Monday, January 16, 2023

Today we want to return to our usual fare on the Calcbench blog, noodling over recent financial reports to find interesting pieces of data — and if you want noodles, why not start with supermarket giant Albertsons?

Albertsons (ACI) filed its most recent quarterly report last week. At a cursory glance, its numbers look underwhelming. Revenues rose 8.5 percent from the year-earlier quarter to $18.15 billion, but costs rose even faster, so net income actually fell 11.5 percent. Ouch.

Granted, inflation for supplies and labor has pressured many companies’ margins lately, even as those companies pass along at least some of their higher costs to keep top-line revenue growing. But that might not be the whole story here.

Figure 1, below, shows Albertsons’ most recent quarter compared to the year-earlier period.

Notice the line high-lighted in blue: the ever-popular “Other expense (income)” line. One year ago, Albertsons posted a gain of $38.3 million — which, because it appears on the expense section of the income statement, gets reported as a negative number. In this quarter, that line item was reported an expense of $1.7 million.  

Indeed, if you look just a few lines higher, you’ll see that Albertsons also reported a $7.3 million loss on disposition of… well, something; we’ll investigate exactly what shortly. But one year ago, that same line item was a $13.4 million gain.

Taken together, those two “other” items delivered a $51.7 million boost to Albertsons’ net income line one year ago. If you exclude those numbers, net income one year ago would have been $372.8 million, which would’ve been lower than what Albertsons just reported now.

So did Albertsons underperform this quarter? Or did it overperform one year ago thanks to some one-time items?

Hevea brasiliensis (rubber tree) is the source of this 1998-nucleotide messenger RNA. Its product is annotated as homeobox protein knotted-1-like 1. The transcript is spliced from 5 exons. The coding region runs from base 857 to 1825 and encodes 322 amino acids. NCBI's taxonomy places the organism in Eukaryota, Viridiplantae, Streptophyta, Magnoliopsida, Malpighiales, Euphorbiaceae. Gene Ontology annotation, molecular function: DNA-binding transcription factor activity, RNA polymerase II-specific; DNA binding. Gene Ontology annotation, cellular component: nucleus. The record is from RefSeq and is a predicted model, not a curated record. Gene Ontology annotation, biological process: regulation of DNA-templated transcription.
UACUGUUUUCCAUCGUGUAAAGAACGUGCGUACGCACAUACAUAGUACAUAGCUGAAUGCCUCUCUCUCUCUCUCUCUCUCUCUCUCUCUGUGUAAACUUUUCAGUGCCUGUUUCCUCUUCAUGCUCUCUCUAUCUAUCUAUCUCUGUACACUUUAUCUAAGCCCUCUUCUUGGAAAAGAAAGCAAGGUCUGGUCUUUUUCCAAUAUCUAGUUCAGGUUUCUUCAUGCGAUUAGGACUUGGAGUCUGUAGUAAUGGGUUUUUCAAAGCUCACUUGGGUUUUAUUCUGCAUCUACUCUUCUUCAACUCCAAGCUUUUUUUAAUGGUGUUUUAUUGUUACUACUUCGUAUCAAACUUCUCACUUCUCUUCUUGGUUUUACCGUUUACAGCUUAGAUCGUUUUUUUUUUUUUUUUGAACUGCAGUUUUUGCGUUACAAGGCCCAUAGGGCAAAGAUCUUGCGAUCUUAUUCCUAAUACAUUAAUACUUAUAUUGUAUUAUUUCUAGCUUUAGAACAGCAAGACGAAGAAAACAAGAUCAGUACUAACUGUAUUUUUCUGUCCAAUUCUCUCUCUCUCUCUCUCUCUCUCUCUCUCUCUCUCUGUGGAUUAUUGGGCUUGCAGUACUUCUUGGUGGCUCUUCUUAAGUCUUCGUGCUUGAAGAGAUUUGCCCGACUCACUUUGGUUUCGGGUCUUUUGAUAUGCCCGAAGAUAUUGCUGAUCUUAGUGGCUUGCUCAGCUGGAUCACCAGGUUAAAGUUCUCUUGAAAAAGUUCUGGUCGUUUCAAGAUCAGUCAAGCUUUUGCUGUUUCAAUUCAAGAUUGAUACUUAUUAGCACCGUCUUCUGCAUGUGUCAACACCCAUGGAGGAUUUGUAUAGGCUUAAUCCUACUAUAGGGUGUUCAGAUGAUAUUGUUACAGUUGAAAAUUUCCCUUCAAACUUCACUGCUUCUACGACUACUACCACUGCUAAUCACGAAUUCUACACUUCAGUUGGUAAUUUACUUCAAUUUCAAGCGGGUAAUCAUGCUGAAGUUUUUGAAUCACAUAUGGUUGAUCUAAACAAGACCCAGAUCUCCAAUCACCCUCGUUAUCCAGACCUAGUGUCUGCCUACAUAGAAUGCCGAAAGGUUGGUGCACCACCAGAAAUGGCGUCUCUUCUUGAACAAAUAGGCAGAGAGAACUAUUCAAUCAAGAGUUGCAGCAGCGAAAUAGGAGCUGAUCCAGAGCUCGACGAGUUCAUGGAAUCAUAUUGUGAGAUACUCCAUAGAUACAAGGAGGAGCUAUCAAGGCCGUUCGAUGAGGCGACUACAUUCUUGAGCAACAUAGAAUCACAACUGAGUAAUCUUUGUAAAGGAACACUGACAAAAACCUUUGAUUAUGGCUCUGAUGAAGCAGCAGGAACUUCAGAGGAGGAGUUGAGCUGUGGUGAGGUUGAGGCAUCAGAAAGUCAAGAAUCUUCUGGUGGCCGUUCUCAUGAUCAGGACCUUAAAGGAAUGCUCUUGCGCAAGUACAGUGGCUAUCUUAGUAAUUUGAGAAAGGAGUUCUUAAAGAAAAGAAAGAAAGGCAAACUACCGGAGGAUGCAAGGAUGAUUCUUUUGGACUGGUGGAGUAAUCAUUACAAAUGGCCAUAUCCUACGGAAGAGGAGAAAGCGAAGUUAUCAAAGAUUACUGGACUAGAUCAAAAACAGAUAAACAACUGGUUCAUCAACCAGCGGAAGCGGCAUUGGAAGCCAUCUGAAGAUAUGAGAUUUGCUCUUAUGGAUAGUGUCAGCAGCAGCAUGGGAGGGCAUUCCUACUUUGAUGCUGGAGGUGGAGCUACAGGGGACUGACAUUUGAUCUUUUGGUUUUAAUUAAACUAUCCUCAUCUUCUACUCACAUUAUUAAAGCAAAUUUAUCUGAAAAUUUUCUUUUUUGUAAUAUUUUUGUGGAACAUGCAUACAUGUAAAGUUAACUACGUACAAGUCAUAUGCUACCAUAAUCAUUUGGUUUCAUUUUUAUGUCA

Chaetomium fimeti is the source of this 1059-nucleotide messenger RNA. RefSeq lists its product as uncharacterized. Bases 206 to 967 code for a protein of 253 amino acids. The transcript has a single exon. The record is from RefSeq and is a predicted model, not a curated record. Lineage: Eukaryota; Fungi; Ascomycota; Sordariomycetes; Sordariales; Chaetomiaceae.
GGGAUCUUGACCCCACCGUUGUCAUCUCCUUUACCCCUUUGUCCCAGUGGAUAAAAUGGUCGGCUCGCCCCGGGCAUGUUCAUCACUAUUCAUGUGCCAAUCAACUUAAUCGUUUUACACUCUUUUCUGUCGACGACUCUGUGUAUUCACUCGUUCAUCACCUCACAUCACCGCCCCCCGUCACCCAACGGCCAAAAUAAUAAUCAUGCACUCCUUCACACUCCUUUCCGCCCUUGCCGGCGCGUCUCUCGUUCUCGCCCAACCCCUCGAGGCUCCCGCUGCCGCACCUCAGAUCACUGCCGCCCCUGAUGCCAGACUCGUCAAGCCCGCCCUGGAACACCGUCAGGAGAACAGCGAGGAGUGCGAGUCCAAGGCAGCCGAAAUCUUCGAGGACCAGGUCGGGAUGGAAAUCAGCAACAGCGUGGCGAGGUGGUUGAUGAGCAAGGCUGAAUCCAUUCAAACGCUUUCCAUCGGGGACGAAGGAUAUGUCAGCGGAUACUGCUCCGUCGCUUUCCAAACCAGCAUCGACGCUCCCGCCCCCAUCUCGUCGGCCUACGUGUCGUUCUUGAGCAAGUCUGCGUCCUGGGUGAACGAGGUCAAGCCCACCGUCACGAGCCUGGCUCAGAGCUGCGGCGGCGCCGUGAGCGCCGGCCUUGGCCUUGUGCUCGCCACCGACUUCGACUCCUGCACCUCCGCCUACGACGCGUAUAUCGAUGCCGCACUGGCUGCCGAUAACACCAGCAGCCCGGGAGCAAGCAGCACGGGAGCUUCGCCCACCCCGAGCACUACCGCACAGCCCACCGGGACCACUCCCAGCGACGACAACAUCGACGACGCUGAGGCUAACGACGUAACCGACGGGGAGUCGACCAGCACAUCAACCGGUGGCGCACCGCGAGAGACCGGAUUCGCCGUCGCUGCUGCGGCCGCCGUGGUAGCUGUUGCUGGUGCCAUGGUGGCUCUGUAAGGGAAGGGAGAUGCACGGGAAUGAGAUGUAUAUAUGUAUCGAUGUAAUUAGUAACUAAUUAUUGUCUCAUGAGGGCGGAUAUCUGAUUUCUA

Finding the Details on Other Items

To learn more about exactly what these other gains and losses are, you can use our Interactive Disclosure page. Just call up the 10-Q for the relevant period, and most times other income is discussed in the Management Discussion & Analysis section.

For example, when you read the MD&A for Albertsons’ quarterly filing one year ago, you find this about that $13.4 million gain:

For the third quarter of fiscal 2021, net gain on property dispositions and impairment losses was $13.4 million, primarily driven by $15.8 million of gains from the sale of assets, partially offset by $2.4 million of asset impairments, primarily related to right-of-use assets.

That could mean the sale of some Albertsons properties, plus an impairment on the value of long-term operating leases (which are carried on the balance sheet as right-of-use assets).

Further down in the MD&A, Albertsons also says this about that $38.3 million in other income:

For the third quarter of fiscal 2021, Other income, net was $38.3 million compared to $19.2 million for the third quarter of fiscal 2020. Other income, net during the third quarter of fiscal 2021 was primarily driven by non-service cost components of net pension and post-retirement expense, unrealized gains from non-operating investments and income related to our equity investment.

We’ll be honest that we’re not sure what that disclosure means. Then again, that’s really the point here: Calcbench can help you find the data and disclosures you need to help you ask better questions — such as, “Albertsons, could you please translate that into plain English?”

That’s how you can be sure a company is giving you substantive answers, rather than leaving you standing in the baloney aisle.

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